64. Shade darker than eggshell : ECRU
The shade called ecru is a grayish, yellowish brown. The word "ecru" comes from French and means "raw, unbleached". "Ecru" has the same roots as our word "crude".

66. Classical promenades : STOAS
A stoa was a covered walkway in Ancient Greece. A stoa usually consisted of columns lining the side of a building or buildings, with another row of columns defining the other side of the walkway. The columns supported a roof. Often stoae would surround marketplaces in large cities.

Down
10. Yenta's "gift" : GAB
Yenta (also "Yente") is actually a female Yiddish name. In Yiddish theater "yenta" came to mean a busybody.

11. Song lyric before "in the winter when it drizzles" and "in the summer when it sizzles" : I LOVE PARIS
“I Love Paris” is a song from the Cole Porter musical “Can-Can”.

The Cole Porter musical "Can-Can" was first produced on Broadway, in 1953, where it ran for two years. There was a very successful film adaptation (which I saw recently ... it's good stuff) released in 1960, starring Shirley MacLaine, Frank Sinatra and Maurice Chevalier. During filming, the Soviet leader Nikita Khrushchev visited the set as part of a tour of 20th Century Fox studios. He made a big splash in the media at the time describing what he saw as "depraved" and "pornographic".

13. Took a hit, in a way : TOKED
“Toke” is a slang term for a puff on a marijuana cigarette or on a pipe containing the drug.

28. Chesapeake Bay delicacy : OYSTER CRAB
The oyster crab is a tiny crab, with adults measuring less than half an inch across. The crab gets his name from its habitat, living inside the gills of oysters and clams.

34. Taboo : NO-NO
The word "taboo" was introduced into English by Captain Cook in his book "A Voyage to the Pacific Ocean". Cook described "tabu" (likely imitative of a Tongan word that he had heard) as something that was both consecrated and forbidden.

39. Binaural : STEREO
Monophonic sound ("mono") is sound reproduced using just one audio channel, which is usually played out of just one speaker. Stereophonic sound is reproduced using two audio channels, with the sound from each channel played out of two different speakers. The pair of stereo speakers are usually positioned apart from each other so that sound appears to come from between the two. Quadraphonic sound (4.0 surround sound) uses four audio channels with the sound played back through four speakers often positioned at the corners of the room in which one is listening.

42. Sr.'s challenge : SAT
Today the standardized test for admission to colleges is known as the SAT Reasoning Test, but it used to be called the Scholastic Aptitude Test and Scholastic Assessment Test, which led to the abbreviation SAT.

46. Thsi clue has one : TYPO
And that would be the spelling of the word “this”.

47. Redirects, as a train : SHUNTS
On a railroad, shunting is the practice of moving carriages and other rolling stock from one line to another.

55. Grp. assigning film ratings : MPAA
The Motion Picture Association of America's (MPAA) film-rating system (PG-13, R, etc.) is purely voluntary and is not backed by any law. Movie theaters agree to abide by the rules that come with the MPAA ratings in exchange for access to new movies.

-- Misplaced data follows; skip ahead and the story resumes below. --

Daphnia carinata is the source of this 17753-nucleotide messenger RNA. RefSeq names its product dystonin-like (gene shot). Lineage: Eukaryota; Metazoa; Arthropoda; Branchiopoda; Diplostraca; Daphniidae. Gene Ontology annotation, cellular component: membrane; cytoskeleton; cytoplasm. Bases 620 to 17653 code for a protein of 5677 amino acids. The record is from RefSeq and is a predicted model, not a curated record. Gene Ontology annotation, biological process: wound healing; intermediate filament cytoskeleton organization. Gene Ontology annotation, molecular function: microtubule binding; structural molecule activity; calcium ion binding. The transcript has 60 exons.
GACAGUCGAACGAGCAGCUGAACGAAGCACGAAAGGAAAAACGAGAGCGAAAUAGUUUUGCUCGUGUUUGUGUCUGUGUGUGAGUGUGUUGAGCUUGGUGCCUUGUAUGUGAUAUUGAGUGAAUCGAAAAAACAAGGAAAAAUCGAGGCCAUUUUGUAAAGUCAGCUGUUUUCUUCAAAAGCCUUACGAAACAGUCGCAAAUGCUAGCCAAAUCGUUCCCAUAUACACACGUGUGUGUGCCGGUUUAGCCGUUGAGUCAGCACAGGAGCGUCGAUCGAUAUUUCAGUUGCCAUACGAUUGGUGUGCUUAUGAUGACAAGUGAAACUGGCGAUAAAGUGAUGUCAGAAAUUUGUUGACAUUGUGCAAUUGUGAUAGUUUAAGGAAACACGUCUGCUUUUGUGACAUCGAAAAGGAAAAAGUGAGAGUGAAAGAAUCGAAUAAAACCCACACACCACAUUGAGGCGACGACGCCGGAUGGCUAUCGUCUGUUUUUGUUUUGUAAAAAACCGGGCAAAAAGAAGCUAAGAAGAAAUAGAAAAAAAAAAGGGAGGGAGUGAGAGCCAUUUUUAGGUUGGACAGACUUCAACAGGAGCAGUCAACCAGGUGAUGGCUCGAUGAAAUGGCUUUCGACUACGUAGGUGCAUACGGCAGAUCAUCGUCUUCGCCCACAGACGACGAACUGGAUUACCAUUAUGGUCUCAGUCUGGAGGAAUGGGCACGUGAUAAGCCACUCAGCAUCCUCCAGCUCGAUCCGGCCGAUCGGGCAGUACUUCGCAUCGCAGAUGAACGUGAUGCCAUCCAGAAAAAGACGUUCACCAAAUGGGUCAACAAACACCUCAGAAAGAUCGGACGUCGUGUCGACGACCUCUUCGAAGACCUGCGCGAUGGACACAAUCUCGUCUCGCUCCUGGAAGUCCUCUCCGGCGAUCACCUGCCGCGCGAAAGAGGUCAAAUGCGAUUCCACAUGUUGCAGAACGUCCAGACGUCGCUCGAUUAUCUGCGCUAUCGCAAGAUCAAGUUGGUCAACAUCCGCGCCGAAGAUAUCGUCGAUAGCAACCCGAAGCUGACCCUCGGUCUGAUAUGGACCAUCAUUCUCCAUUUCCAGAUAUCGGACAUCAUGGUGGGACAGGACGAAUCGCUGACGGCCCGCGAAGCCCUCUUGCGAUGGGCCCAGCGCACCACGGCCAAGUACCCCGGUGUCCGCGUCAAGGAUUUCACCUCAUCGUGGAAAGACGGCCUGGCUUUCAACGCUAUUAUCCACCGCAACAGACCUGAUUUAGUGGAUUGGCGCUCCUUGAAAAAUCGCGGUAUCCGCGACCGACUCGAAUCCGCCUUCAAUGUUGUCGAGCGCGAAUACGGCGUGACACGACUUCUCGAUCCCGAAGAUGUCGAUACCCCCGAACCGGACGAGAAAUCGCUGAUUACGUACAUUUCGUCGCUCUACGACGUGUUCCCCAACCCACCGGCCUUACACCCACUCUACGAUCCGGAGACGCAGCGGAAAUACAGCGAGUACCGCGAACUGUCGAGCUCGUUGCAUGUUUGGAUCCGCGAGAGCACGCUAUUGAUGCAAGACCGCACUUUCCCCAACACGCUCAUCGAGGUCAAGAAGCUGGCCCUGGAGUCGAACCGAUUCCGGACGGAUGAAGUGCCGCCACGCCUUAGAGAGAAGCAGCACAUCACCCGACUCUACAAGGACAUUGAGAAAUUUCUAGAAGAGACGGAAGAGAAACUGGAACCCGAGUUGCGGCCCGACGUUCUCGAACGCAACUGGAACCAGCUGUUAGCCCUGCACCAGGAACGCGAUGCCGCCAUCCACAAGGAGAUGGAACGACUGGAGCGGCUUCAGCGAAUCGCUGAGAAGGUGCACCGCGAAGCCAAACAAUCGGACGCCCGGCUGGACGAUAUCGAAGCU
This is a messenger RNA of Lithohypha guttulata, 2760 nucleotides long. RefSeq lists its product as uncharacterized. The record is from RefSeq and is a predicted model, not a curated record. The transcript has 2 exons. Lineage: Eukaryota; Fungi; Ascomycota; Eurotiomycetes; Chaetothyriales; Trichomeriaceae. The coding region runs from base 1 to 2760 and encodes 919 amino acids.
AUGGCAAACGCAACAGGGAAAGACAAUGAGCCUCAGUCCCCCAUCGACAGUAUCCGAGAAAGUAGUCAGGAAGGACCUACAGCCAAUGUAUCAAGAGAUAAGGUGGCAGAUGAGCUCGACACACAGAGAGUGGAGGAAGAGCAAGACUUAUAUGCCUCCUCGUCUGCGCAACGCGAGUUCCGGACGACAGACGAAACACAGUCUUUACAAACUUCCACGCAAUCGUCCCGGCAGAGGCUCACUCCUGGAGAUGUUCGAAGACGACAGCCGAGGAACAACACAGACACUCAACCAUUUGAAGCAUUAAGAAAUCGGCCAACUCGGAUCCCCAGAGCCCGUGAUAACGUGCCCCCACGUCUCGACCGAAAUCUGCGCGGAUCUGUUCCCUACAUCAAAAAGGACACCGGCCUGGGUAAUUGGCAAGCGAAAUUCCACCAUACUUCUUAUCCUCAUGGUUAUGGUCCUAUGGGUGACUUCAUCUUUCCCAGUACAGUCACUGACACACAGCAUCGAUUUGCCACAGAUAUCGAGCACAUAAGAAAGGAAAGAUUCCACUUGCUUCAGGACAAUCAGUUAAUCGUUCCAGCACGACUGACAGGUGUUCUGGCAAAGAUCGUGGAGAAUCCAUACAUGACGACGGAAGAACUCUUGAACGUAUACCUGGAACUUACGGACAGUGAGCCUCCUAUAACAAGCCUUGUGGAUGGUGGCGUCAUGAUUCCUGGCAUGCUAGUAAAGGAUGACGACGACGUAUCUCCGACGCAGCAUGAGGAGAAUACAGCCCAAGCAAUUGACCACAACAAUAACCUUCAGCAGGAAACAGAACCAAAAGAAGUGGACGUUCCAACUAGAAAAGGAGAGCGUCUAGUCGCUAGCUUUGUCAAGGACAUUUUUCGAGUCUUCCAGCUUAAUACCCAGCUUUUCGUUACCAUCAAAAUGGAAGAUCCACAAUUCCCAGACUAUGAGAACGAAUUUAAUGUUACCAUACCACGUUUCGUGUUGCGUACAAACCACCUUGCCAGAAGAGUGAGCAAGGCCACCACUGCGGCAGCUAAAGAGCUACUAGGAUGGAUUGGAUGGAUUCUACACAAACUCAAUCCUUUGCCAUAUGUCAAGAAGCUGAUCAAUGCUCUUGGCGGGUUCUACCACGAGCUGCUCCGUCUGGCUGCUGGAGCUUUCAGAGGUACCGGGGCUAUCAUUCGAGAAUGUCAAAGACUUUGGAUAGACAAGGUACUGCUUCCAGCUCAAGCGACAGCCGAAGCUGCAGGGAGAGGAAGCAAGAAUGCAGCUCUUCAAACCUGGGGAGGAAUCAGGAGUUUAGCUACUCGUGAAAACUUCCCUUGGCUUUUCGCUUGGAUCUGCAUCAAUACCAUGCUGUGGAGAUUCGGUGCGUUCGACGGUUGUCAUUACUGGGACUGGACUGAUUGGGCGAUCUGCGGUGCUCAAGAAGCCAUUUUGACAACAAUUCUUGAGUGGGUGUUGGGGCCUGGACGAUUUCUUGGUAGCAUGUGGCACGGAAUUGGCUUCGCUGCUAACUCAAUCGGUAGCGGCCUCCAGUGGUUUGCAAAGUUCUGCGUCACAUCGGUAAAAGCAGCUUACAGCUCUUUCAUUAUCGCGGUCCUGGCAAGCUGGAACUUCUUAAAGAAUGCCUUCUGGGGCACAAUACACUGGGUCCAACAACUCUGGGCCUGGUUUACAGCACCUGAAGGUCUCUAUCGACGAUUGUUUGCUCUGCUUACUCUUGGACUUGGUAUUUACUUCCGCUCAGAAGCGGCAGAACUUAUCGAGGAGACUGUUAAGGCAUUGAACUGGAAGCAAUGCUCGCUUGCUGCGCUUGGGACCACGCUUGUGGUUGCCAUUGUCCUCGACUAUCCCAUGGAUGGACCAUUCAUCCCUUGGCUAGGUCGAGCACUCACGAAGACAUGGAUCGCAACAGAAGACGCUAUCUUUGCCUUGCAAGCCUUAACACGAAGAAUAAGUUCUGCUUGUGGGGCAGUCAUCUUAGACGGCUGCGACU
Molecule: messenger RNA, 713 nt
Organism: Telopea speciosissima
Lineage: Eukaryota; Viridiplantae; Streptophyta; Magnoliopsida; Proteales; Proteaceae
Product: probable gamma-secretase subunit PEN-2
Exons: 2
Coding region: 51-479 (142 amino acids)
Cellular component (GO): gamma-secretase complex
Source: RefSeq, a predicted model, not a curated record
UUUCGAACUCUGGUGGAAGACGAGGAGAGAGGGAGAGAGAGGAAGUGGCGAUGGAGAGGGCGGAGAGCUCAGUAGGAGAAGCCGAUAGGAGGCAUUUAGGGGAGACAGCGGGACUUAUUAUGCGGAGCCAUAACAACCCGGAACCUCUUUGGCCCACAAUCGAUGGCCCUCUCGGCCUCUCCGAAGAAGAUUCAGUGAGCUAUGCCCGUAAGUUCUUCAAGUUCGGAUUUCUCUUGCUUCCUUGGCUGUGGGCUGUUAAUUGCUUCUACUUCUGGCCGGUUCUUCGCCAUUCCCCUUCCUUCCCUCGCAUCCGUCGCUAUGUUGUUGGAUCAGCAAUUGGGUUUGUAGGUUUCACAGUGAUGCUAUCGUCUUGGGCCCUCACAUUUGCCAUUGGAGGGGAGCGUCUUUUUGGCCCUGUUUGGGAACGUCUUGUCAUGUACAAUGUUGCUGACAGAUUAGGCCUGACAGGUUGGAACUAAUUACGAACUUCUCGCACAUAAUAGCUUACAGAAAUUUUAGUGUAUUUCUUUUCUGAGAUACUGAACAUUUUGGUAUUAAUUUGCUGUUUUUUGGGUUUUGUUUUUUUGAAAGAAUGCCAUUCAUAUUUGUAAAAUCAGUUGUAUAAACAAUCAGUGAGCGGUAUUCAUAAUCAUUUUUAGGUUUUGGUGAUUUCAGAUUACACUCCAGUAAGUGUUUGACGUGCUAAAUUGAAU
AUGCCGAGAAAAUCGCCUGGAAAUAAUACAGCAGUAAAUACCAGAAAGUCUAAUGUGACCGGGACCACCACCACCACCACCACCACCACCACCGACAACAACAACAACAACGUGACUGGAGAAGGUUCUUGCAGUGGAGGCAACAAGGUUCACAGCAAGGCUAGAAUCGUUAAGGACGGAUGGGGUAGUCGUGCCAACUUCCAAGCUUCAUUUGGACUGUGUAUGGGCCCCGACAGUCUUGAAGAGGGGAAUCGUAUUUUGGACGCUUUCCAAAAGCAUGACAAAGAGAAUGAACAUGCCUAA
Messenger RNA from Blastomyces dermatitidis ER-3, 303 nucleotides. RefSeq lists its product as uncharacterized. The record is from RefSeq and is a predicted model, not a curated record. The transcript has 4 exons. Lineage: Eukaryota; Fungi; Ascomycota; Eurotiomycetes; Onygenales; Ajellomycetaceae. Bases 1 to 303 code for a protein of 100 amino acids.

56. ___ brothers, big political donors : KOCH
Koch Industries is a huge company with diverse interests, but with the oil industry at its core. The company was founded in 1940 by Fred C. Koch. Reportedly, Koch is the second largest privately-held company in the US, after Cargill. Today Koch Industries is owned by two of Fred’s sons: Charles and David H. Koch. Famously, the Koch Brothers are known for contributing hundreds of million dollars to conservative political causes and candidates.

61. "The Revenant" star, to fans : LEO
Hollywood star Leonardo DiCaprio is from Los Angeles, California. DiCaprio’s mother was visiting a museum in Italy when she was pregnant and felt the first kick of her unborn child. At the moment of that first kick, Mama DiCaprio was looking at a painting by Leonardo da Vinci, and so named her son Leonardo.

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For the sake of completion, here is a full listing of all the answers:
Across
1. "Sonar"-equipped fliers : BATS
5. "Absolutely!" : OH YES!
10. Thrust : GIST
14. Latvian capital : EURO
15. Creamer of the L.P.G.A. : PAULA
16. Dinner in a bowl : ALPO
17. What is "It"? : STEPHEN KING BOOK
20. Piece of low-end jewelry? : TOE RING
21. Pugilistic victory, briefly : TKO
22. Compete : VIE
23. Falcon's home: Abbr. : ATL
24. Sitcom whose four main characters are convicted of a crime in the final episode : SEINFELD
26. Old TV title role for Raymond Burr : IRONSIDE
30. Spring's counterpart, tidewise : NEAP
31. With 43-Across, "What is it?" : DO YOU NEED ...
33. Proscriptions : BANS
36. Photo badges, e.g. : IDS
37. Quintets : PENTADS
40. Whom les Trois Mousquetaires served : ROI
41. Acquires : GETS
43. See 31-Across : … SOMETHING?
45. Grub : EATS
48. Like pumpkins during the fall : IN SEASON
49. Conical topper : PARTY HAT
52. ___ Lanka : SRI
53. Rainbow, for one : ARC
54. Little nipper : PUP
55. Timon of "The Lion King," e.g. : MEERKAT
59. What is it? : PERSONAL PRONOUN
62. Biblical twin described as a "cunning hunter" : ESAU
63. Pay for : TREAT
64. Shade darker than eggshell : ECRU
65. Item of loungewear : ROBE
66. Classical promenades : STOAS
67. "How's ___?" : THAT

Down
1. Outduel, e.g. : BEST
2. Ford or Lincoln : AUTO